07/10/2011 12:27 BST | Updated 06/12/2011 05:12 GMT

The NHS Soup-Kitchen

If the NHS is like a soup-kitchen, it's in the best possible way.

'The NHS isn't some sort of soup kitchen where everyone can just pile in.' That, disturbingly, is the view of Dr Michael Dixon, the head of the NHS Alliance, a big fan of the current Government's plans for handing over much of the NHS to the control of GP-led consortia. His comment a few weeks ago was a response to fears that the new system would result in vital services being rationed. Last year, he tried ineptly to assuage fears by saying: 'just like in the recent Chancellor's Budget, that will mean some things being prioritised, some less so and some closing altogether." Oh good. How terribly comforting for those who rely on those 'things'.

His response in the same interview (with Health Policy Insight) to the 28% of GPs who opposed the Coalition slice-up of the NHS, was to call them 'malcontent or apathetic whatever' and to hint darkly at what awaited them: 'those who don't want to 'join up' may find that life is harder as a refusnik,' were his actual words. Deliciously jackbooty.

But perhaps the most telling quote of all (aside from the soup kitchen crack) was this: 'The NHS collectively... need to develop a "Dunkirk spirit"...' So, the NHS is a heroic but ultimately desperate attempt to save an army in retreat? And that is better than a place that gives necessary free support to those who need it? Brilliant.

Of course, Mr Dixon is just following orders, implementing the Coalition's grand 'solution' in the way that he feels will best serve his profession. But I think his attitude is wrong. I think his obvious disdain for institutions that feed the destitute is telling and I think it reveals a wrong attitude to what the NHS should be.

The NHS is not a soup kitchen, but it is very similar in many ways. I know what you're thinking: it's noisy, it smells funny (often of spirits), there are lots of drugs about and you're likely to meet some socially awkward, occasionally aggressive people. Fair enough.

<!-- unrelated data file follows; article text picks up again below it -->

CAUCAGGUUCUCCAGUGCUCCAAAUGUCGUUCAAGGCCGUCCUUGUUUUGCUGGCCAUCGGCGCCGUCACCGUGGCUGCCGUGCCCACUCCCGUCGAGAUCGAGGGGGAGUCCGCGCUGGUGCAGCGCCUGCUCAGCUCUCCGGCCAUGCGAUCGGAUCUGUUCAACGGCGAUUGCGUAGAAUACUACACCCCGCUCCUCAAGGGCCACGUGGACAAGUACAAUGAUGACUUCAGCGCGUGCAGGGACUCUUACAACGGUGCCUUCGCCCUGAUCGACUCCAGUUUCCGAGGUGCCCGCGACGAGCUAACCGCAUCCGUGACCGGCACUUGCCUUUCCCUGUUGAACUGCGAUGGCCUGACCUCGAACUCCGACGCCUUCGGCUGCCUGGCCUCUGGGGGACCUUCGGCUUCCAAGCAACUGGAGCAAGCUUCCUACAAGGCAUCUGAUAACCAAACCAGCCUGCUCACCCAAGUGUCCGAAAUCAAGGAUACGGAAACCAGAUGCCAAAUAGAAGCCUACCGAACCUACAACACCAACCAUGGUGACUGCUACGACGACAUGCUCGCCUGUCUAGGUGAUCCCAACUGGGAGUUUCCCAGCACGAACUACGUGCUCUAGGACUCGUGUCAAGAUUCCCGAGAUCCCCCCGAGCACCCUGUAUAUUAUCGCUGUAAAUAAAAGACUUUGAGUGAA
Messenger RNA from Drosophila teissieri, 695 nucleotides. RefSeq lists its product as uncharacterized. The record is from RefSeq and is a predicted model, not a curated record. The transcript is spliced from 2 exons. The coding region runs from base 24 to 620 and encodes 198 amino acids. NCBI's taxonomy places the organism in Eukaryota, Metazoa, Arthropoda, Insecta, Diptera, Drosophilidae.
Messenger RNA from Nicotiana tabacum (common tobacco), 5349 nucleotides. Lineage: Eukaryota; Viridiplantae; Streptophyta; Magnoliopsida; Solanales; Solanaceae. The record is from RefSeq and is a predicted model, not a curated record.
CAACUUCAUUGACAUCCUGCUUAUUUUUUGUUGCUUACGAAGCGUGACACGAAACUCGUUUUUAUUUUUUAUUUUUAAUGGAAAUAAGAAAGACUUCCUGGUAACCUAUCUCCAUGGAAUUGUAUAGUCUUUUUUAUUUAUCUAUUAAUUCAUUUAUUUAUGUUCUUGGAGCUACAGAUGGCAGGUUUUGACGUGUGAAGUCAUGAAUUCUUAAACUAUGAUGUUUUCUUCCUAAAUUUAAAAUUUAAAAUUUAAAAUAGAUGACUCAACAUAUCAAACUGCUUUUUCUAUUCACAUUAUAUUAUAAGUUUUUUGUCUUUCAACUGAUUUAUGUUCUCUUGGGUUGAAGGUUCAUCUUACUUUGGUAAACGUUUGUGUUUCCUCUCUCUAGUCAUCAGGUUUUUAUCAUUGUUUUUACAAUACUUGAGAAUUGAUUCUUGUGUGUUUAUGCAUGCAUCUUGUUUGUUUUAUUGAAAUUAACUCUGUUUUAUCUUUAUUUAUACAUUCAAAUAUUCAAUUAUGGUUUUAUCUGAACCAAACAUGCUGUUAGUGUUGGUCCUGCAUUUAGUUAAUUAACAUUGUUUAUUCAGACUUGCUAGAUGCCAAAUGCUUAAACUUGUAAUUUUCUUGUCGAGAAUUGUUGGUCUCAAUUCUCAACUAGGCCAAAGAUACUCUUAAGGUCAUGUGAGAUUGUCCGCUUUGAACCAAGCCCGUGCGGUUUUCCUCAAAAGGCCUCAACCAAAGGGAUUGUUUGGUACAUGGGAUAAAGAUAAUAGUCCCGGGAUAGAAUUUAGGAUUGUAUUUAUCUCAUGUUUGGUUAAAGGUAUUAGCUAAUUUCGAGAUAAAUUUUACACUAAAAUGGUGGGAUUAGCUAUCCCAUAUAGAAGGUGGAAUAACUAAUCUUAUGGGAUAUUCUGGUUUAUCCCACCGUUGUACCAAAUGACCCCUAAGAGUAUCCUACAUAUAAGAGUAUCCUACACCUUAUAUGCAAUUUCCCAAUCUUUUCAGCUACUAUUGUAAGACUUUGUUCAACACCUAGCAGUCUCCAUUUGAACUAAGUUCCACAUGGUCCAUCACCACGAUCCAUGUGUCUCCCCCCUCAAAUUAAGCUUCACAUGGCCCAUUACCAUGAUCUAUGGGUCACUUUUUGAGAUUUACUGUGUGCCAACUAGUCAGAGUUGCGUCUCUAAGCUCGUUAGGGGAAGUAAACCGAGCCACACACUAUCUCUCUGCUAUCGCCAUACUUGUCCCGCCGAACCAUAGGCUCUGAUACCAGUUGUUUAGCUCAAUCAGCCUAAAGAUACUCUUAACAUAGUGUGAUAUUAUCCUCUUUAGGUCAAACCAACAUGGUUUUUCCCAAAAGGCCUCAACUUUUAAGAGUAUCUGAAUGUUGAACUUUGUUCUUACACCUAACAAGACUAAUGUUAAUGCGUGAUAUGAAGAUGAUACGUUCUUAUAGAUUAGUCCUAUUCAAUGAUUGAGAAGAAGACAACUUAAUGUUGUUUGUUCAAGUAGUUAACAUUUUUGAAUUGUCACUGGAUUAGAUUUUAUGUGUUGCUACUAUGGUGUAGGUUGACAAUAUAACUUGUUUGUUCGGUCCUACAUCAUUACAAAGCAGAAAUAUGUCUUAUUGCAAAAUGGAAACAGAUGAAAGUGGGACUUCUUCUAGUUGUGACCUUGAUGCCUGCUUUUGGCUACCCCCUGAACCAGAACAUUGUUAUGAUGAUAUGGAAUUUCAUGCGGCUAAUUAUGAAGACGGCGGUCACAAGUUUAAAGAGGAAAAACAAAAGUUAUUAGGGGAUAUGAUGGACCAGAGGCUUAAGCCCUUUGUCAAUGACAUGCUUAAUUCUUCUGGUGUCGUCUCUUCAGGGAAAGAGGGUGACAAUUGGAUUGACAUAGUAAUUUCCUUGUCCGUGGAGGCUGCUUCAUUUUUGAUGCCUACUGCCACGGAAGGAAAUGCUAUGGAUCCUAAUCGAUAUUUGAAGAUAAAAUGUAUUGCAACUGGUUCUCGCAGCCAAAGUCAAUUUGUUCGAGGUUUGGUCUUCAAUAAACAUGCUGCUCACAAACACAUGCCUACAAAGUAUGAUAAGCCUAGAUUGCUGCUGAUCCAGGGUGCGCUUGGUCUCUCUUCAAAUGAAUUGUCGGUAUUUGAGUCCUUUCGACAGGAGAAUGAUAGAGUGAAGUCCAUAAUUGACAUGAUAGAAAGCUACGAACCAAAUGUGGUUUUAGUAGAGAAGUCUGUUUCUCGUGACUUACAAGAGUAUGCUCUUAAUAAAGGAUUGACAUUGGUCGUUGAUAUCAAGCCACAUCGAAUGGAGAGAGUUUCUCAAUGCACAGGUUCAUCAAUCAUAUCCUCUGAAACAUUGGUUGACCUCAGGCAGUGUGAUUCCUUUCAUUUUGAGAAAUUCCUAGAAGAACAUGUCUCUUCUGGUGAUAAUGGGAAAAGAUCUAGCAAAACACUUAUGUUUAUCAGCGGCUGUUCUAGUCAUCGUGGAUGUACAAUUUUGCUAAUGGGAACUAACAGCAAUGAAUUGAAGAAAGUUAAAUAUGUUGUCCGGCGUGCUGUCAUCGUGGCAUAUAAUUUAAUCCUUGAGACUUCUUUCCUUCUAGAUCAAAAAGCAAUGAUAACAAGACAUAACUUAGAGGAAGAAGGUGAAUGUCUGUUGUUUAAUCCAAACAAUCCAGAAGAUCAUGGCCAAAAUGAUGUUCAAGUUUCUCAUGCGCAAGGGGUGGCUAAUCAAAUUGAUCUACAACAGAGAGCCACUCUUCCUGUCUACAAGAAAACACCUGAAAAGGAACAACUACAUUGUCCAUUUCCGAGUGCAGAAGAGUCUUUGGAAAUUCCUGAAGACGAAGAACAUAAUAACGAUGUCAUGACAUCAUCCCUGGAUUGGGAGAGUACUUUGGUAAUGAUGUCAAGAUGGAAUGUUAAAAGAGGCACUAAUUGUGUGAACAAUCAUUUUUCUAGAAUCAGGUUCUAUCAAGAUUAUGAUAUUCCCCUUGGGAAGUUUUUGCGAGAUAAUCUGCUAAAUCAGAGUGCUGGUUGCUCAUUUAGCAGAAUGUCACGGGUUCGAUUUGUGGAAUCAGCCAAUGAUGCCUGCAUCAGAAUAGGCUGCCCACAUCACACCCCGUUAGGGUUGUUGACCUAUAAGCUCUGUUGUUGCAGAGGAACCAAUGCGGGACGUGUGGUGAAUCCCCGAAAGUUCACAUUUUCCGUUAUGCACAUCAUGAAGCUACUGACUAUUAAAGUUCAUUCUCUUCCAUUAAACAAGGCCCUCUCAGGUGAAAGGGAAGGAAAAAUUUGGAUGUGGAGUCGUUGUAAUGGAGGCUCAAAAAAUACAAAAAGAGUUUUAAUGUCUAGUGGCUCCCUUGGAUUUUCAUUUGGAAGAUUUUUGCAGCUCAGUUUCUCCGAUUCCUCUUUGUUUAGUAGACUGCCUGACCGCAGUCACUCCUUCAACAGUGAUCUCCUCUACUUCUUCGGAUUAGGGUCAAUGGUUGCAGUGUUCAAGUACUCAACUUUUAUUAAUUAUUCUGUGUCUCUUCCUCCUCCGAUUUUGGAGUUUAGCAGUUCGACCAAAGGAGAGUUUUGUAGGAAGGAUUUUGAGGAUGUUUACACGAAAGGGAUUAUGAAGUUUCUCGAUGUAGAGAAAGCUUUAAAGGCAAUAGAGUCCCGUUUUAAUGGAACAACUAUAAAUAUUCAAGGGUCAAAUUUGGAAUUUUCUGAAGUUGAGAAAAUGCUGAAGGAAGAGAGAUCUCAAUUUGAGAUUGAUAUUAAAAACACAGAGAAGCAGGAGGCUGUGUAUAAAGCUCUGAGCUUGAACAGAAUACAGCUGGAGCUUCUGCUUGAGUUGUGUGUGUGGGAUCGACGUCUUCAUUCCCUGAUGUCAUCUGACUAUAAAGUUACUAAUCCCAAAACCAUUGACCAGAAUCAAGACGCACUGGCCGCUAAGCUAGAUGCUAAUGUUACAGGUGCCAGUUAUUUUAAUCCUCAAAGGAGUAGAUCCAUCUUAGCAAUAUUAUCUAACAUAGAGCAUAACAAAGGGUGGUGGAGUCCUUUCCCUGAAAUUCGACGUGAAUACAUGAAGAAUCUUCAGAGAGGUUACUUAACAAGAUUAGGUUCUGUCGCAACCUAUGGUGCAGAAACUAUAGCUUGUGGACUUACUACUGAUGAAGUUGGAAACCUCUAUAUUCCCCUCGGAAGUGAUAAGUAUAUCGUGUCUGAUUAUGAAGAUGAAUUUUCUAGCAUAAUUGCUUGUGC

It is also a service provided to people who otherwise would be in a lot of trouble and who often have no alternative but to rely on it. It provides something essential and beneficial and asks nothing in return. It's not always pretty, it involves some people with shocking attitudes and it may not deal with the causes of a lot of the problems it seeks to address, but at it's heart is a good-will that is deeply inspiring.

It is not there to make a profit, it is not run on strict business-principles (yet) and it is funded by many who will never make much use of it. But everyone is welcome. Even those who, because of their fervent believe that they will never sink so low as to rely on it completely, feel confident in their mission to destroy it. Or at least turn it into something else.

It is, like a soup-kitchen, a place you can go to get help without needing to prove you've earned it, and personally, I think it expresses some of the best qualities not only of Britain but of humanity.

But I will say this: I have been in some dismally mismanaged soup-kitchens and I have seen charity handed out with such bad grace as to negate its effect almost entirely.

If the NHS is like a soup-kitchen, its salvation lies not in treating it like a business but like a ministry of mercy. If there are, as we have been reminded again and again by stories of neglect and abuse, nurses and other medical professionals who are unwilling or unable to care for patients with compassion, if they feel they are above helping people with seemingly simple things at the most vulnerable and frightening times of their lives, then they have no place in the NHS, or any other mercy ministry.

It is precisely because we love the NHS that we should protect it both from the business-minded efficiency-mafia and all others who would make it less human.